Brand refresh projects are probably the favourite part of what I do. Probably because at the end you get the opportunity to compare a before and after scenario, and see the real improvements and the value you’ve made to a brand.
There are number of different reasons which can be the catalyst for a brand refresh, like;
- The brand looks tired, or the application of the visual identity has become inconsistent and incoherent
- The business is growing and evolving
- The introduction of a new product or service
- Merger or acquisition
- To reposition a brand in the marketplace
- To consolidate a brand’s current position in the marketplace
- To inject new energy into a business, reinvigorate and realigning everyone in the organisation through the process
Just as a brand is not a logo, a brand refresh shouldn’t just focus on a new visual identity.
A meaningful brand refresh that can effect real change and enhance business performance begins by pulling the existing brand apart from the inside, and then putting it back together strategically.
If you think your brand might be in need of a refresh, here are four things you should consider.
1. Begin with the end in mind.
Start by first identifying exactly why you need to refresh, and what you’re wanting to achieve.
Once you’re clear on why, it will give you something to measure against later on and will give you some clues as to what will be required.
If you have identified that the application of your visual identity has become inconsistent and incoherent, then a component of your brand refresh process should involve the development of a visual system with a thorough set of brand guidelines so it doesn’t happen again.
On the other hand, if you understand that there is real brand equity in your current corporate identity but you need to inject new energy into your brand and reinvigorate your team so they can achieve your business objectives and performance targets, then along with focussing on realigning everyone in the business around a clear brand strategy that they can take ownership of, you should consider developing a refreshed visual language to compliment your existing logo as part of your brand refresh process.
Every brand is different, but begin with the end in mind.
2. You need to look back before you can look forward.
Where have we come from? Why was this business started in the first place? What is our purpose? (this rarely changes, brands just often forget).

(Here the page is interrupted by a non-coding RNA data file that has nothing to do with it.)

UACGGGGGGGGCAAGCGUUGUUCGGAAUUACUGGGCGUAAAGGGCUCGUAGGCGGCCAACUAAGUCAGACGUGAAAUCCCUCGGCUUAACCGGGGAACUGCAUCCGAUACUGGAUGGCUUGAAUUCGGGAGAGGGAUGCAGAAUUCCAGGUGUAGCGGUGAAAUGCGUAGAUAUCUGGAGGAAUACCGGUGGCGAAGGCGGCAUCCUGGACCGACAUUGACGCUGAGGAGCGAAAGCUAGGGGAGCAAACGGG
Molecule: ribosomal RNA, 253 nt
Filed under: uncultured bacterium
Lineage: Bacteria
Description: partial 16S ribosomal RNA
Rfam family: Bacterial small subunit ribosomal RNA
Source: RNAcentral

You can’t simply manufacture an authentic brand purpose or strategy, it always comes from inside the organisation.
What makes your brand distinctive, powerful and precious can always be found at the beginning of the story, so you need to look back before you can look forward.
When it’s time to refresh make sure to uncover and reconnect the entire organisation with the authentic purpose behind your brand.
In my experience, there is real value in having a skilled facilitator that understands branding and has a proven process to assist at this point. Many companies think they can undertake this step internally, but the reward for effort can be diminished without the necessary experience.
3. Refresh from the inside first.
Strategy workshops are the key foundation to a successful brand refresh, because they will realign your business and your people with the ingredients that made your brand successful in the first place.
Before you starting thinking about refreshing your visual identity;
- Revisit the goal & purpose at the heart of your business; then check, refresh and realign your value proposition to bring you authentic purpose to life.
- Get clear(er) on your values and align these with behaviours that everyone within your organisation can not only understand but
- Redefine a personality and brand voice that is aligned with your purpose and your values to make real connections with your audience.
You can’t build a brand from the logo down, the same way you can’t build a house without any plans. Well actually you probably can, but it will take longer and be more expensive than you could ever anticipate.
Brand refresh without a strategy is expensive.
4. Strategy = Creative Brief = Filter for all decision making.
If you’ve taken the time and focussed on refreshing the inside of your brand first (Business Objectives, Value Proposition, Values & Behaviours), then you will have all the information you need for a crystal clear brief on how to refresh the outside (the brand’s ‘clothes’ – Corporate Identity, Marketing Material, Websites etc).
By this point, your refreshed strategy should become a filter for all decision making – taking much of the complexity out of the creative process.
Decisions about a new or refreshed logo, typefaces, colours, graphics, and photography can be made in confidence with clearly stated brand brand voice and brand personality.
Even your business goal and purpose will give you some good clues on how you’re going to need to look.
If your brand’s purpose hinges on making life better and simpler for people, then it doesn’t really make sense if have a visual aesthetic that’s overly busy. Likewise if you’re clear about how your financial institution is only interested in clients wanting conservative, long term investment advice then your refreshed visual identity should reflect an aesthetic that is aligned with this purpose (as should the words and the tone of language you use).
A clear strategy takes the subjectiveness out of the creative process, so you can make creative decisions based on what’s right for the brand… rather then what’s fashionable at the moment, or possibly the CEO’s favourite colour.
Don’t laugh, i’ve seen it happen.1